The American Booksellers for Free Expression (ABFE) has joined the American Library Association (ALA) and other library groups in urging a federal court to limit the National Security Agency’s (NSA) surveillance of international electronic communications, including those relating to the purchase and use of books. On September 3, ABFE and ALA filed an amicus brief in support of an ACLU lawsuit challenging Upstream, a once-secret program that was revealed by NSA whistleblower Edward J. Snowden.
“Booksellers and librarians have been strong defenders of reader privacy. We have a strong interest in ensuring that the protections that exist in the physical world apply to digital book records,” said ABFE Director Chris Finan.
The ACLU lawsuit, which was filed in March, is a second attempt by the group to curb NSA surveillance that it claims violates the privacy rights of millions of Americans and infringes upon freedoms guaranteed by the First and Fourth Amendments. The Electronic Frontier Foundation (EFF) filed a similar challenge, Jewel v. NSA, on behalf of AT&T customers in 2008, and the case is currently on appeal.
The ACLU’s previous lawsuit, Clapper v. Amnesty International, was filed in 2008 after Congress authorized the NSA to wiretap communications between the U.S. and other countries without a search warrant. The plaintiffs in the case — attorneys and human rights, labor, legal, and media organizations — argued that the NSA spying threatened their ability to work confidentially with clients and news sources.
In a 5–4 decision in 2013, the Supreme Court dismissed the case on the grounds that the plaintiffs had been unable to demonstrate that they had been the target of surveillance and therefore lacked “standing” to sue. Snowden has said that this ruling contributed to his decision to expose certain aspects of the NSA’s surveillance activity, including Upstream, a few months later.
Upstream involves the collection of virtually all digital communications, including e-mails, instant messages, web pages, voice calls, and video chats, that are transmitted by U.S. telecommunication companies between the U.S. and other countries. The NSA copies and combs through vast amounts of Internet traffic, searching for communications that contain certain sets of data, including e-mail addresses and telephone numbers, associated with people it is investigating. It is searching not only messages to and from these selectors but also any communications that mention them.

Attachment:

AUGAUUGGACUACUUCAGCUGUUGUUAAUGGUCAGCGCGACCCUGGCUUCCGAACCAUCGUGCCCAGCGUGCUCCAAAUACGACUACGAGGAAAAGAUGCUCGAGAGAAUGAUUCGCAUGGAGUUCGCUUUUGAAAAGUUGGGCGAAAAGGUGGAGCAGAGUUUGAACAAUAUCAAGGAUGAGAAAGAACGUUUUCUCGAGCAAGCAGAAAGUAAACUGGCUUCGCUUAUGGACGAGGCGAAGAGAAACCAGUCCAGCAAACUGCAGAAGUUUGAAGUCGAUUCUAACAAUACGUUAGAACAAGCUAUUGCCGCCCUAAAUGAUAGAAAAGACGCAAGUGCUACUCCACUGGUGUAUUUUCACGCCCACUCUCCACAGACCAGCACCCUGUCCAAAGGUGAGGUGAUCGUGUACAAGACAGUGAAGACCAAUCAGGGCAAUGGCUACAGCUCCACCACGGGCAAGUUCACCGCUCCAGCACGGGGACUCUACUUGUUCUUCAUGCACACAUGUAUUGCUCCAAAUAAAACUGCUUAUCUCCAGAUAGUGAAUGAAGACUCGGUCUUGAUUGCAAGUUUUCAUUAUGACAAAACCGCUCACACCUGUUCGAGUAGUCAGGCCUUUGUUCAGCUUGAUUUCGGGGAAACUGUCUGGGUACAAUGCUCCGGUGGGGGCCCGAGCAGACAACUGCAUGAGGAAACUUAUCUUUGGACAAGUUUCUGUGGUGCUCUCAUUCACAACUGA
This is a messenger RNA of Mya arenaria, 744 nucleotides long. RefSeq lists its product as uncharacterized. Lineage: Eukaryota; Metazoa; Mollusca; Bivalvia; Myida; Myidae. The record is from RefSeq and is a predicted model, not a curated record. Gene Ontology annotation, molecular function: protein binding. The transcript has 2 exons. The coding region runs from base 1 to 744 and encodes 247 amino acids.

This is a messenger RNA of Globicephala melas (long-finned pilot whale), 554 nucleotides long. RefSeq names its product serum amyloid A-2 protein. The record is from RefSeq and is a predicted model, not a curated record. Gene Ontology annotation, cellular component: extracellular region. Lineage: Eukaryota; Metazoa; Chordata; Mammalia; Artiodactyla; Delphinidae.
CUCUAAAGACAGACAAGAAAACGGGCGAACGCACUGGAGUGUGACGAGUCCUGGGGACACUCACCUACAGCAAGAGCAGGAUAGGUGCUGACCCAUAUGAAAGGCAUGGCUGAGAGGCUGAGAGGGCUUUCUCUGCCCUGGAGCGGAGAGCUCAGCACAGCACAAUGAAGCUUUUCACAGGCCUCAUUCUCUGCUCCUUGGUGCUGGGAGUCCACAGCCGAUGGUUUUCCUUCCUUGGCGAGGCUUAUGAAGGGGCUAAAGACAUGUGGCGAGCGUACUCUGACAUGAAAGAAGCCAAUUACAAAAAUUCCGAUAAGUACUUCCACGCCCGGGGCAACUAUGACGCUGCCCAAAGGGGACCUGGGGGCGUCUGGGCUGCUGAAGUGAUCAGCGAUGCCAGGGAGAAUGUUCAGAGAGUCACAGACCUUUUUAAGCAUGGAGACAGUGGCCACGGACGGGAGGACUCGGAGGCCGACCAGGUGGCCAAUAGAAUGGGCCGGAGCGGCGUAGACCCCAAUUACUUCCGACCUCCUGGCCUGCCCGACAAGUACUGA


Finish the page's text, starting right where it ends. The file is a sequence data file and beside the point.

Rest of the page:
The brief filed by ABFE and ALA in support of the latest ACLU lawsuit argues that such sweeping surveillance inevitably includes the search of digital records relating to the distribution of books. “A patron’s search of a library or bookseller’s online collection; the purchase or reserve of physical books; the download of e-books; and the use of online reference tools — the privacy of all these interactions, and others, are invaded by government surveillance conducted on the Internet’s backbone,” the brief says.
It also cites the strong commitment that booksellers and librarians have demonstrated in protecting the records of their customers and patrons, including two key legal fights waged by booksellers — the challenge to Kenneth Starr’s effort to obtain Monica Lewinsky’s book purchases from Kramerbooks in Washington, D.C., in 1998, and the Tattered Cover Book Store’s successful effort to quash a search warrant for a customer’s records in Denver in 2000-2002.
The main purpose of the amicus brief is to assist the plaintiffs in fighting a government motion to dismiss the case on the grounds that they lack standing — the same argument that led to the dismissal of the first ACLU case. The amicus brief notes that booksellers and librarians have succeeded in establishing standing in cases involving physical books and that the same status should be granted when the surveillance involves digital records affecting books.
The booksellers’ and librarians’ brief was filed in with the federal district court in Maryland, where the ACLU lawsuit is being heard. Since amicus briefs are unusual at the district court level, there is no guarantee that the judge will agree to receive it.
The brief was written by the Electronic Frontier Foundation. In addition to ABFE and ALA, it is signed by the Association of Research Libraries, the Freedom to Read Foundation, and the International Federation of Library Associations and Institutions.